Circle hooks, when properly used, ease out of a fish's gullet and lodge themselves against the jaw, usually in the corner of the mouth. A fish stands a better chance of surviving if you hook it in the jaw. This is important consideration especially if you going to practice catch and release. You want that fish to survive, thrive, grow, and reproduce. Since circle hooks usually hit home in the corner of a fish's mouth, they can help you to increase the odds of a fish's survival.

BoatUS ANGLER: RecycledFish Stewardship Tips

Circle Hooks to Preserve Tradition

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Circle hooks, when properly used, ease out of a fish's gullet and lodge themselves against the jaw, usually in the corner of the mouth.

A fish stands a better chance of surviving if you hook it in the jaw. This is important consideration especially if you going to practice catch and release. You want that fish to survive, thrive, grow, and reproduce. Since circle hooks usually hit home in the corner of a fish's mouth, they can help you to increase the odds of a fish's survival.

Circle hooks offer other advantages too. According to circle hook evangelist Kurt Kawamoto, anglers in the Hawaiian Islands often come into close contact with turtles and monk seals. These protected species are, now and again, accidentally hooked. “The occasional interaction with a seal or turtle could potentially pose large impacts on our island fishing activities, traditions, lifestyle, and culture." Kawamoto, the manager of the NOAA Barbless Circle Hook project, notes. "Modifying the standard circle hooks by crimping down the barbs to help out any accidentally hooked seals and turtles could potentially help them to help themselves."

Kawamoto had speculated that barbless circle hooks were self-shedding and his theory was confirmed in the summer of 2007. A team of volunteers were attempting to capture a monk seal that had been accidentally hooked. Just prior to capture, the seal shook its head and popped the hook out. That hook turned out to be a barbless circle hook.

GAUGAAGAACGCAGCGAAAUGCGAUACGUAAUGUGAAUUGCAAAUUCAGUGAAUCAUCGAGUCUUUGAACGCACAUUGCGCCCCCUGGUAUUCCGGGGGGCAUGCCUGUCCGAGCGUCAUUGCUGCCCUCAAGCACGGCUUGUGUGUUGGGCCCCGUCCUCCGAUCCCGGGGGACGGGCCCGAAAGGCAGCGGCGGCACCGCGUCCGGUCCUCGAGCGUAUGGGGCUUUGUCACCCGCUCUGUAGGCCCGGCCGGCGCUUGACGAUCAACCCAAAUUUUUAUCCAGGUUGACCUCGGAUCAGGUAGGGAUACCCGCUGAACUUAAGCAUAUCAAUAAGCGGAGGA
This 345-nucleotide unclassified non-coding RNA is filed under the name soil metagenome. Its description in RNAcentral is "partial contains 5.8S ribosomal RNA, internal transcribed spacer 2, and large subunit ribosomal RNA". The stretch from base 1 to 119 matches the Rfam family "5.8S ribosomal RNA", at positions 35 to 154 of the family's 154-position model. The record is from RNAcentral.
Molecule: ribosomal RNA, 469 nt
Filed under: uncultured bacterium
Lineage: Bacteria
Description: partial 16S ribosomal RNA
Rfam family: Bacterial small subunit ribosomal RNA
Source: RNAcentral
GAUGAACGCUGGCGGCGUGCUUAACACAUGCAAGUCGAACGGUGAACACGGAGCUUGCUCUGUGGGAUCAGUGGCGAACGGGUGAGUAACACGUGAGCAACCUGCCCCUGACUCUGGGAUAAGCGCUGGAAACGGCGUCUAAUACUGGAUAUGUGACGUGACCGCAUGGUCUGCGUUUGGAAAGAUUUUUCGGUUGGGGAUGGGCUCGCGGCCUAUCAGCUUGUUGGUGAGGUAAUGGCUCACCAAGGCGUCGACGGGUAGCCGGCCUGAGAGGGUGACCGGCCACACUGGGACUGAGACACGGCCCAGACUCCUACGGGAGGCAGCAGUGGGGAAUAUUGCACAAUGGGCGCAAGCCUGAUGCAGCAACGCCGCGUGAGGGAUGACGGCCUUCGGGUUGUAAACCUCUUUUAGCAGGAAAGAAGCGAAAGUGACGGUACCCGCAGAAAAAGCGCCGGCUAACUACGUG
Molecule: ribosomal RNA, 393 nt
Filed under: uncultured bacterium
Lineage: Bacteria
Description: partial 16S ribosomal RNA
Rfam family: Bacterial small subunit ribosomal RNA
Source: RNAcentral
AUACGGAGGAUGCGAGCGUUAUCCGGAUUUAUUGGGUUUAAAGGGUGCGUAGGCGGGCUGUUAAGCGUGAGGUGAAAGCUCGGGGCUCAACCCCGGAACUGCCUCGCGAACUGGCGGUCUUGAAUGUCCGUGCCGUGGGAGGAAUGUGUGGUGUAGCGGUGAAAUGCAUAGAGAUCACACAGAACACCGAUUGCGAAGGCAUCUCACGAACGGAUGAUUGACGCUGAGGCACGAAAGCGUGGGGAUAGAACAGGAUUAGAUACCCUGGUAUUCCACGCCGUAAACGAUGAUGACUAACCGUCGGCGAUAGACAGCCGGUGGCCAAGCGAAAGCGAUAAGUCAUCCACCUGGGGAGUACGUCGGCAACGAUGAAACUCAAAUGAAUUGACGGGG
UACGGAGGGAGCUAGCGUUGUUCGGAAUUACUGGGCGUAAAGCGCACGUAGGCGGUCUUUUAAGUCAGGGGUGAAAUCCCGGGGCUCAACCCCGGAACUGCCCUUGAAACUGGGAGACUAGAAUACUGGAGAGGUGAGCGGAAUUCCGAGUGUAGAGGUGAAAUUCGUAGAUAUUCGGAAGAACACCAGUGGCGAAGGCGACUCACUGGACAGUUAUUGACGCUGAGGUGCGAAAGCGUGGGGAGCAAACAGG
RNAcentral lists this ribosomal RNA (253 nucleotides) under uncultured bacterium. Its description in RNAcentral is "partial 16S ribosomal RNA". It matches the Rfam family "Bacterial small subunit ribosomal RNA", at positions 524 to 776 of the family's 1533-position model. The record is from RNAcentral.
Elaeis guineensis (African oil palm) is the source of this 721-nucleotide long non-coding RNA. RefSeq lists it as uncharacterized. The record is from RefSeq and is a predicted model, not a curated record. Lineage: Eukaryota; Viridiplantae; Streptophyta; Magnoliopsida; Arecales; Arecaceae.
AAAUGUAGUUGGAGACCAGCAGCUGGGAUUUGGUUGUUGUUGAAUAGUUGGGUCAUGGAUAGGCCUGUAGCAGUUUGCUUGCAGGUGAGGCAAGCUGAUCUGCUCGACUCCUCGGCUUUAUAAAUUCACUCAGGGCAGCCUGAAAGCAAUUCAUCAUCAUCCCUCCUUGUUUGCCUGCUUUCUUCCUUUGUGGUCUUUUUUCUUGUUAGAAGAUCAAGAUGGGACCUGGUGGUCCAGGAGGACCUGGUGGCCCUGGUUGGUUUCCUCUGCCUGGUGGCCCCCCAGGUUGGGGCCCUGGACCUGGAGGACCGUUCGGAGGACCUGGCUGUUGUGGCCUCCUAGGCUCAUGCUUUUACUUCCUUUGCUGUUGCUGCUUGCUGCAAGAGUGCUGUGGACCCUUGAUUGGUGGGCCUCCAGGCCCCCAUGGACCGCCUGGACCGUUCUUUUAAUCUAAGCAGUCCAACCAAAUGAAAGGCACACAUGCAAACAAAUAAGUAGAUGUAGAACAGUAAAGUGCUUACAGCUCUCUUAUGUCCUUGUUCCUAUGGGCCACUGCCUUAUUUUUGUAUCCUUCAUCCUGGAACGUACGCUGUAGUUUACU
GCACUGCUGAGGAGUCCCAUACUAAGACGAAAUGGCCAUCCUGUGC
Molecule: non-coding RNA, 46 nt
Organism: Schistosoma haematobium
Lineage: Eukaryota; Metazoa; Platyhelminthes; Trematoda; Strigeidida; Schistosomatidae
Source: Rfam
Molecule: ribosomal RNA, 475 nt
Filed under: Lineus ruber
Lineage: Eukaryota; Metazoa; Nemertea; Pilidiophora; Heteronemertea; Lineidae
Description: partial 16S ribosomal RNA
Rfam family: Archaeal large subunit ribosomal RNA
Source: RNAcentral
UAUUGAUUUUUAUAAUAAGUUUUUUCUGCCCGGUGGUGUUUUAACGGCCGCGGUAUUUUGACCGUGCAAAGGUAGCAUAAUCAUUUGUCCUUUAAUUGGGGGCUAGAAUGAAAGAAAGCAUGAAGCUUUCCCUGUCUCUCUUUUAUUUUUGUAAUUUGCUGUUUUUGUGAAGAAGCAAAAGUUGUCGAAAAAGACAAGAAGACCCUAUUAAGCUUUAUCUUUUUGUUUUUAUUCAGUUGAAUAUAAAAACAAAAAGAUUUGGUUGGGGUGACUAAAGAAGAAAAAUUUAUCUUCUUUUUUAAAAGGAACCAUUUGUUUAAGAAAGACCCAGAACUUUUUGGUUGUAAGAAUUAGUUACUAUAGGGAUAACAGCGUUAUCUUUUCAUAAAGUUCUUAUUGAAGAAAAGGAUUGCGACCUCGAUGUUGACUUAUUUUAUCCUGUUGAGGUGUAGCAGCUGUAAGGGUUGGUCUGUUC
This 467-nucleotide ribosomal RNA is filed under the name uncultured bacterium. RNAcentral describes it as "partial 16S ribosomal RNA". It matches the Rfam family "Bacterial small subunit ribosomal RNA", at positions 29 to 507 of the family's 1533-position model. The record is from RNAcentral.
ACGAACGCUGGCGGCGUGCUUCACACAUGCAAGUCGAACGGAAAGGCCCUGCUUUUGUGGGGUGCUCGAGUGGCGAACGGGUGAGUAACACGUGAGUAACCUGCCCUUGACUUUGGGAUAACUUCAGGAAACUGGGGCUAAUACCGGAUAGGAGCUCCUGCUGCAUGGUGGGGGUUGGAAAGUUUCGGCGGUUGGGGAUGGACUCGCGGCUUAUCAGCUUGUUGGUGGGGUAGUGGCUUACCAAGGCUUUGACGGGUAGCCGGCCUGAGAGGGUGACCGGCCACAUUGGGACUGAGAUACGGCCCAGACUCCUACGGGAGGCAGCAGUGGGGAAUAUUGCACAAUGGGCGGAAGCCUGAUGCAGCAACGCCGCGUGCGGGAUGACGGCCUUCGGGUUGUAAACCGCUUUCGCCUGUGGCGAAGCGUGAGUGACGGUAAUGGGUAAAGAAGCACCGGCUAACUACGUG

Kawamoto realized, though, that anglers interact with fish more often than protected species. “It was definitely a ‘duuuh’ moment," he noted. "Using a barbless circle hook would help many, many more fish than seals or turtles. After all, fishermen target fish and are good at doing that. Helping more fish is just helping our own goals get realized. Helping the turtles and seals is also helping our goal of sustainable fishing. Here was a way to help our kids continue to have what we so easily take for granted.”

What we do as anglers, including using barbless circle hooks, can have a tremendous and positive affect on fish. Using barbless circle hooks also has a positive impact on wildlife; it is not only an act of conservation, it is also an act that helps preserve and steward our cultural heritage.

There are very few anglers who leave the Islands without one of Kurt Kawamoto's sample packs of circle hooks. There are few anglers on the Islands who have not felt the effects of Kawamoto's stewardship of the fisheries and of Hawaii's rich, fishing heritage.

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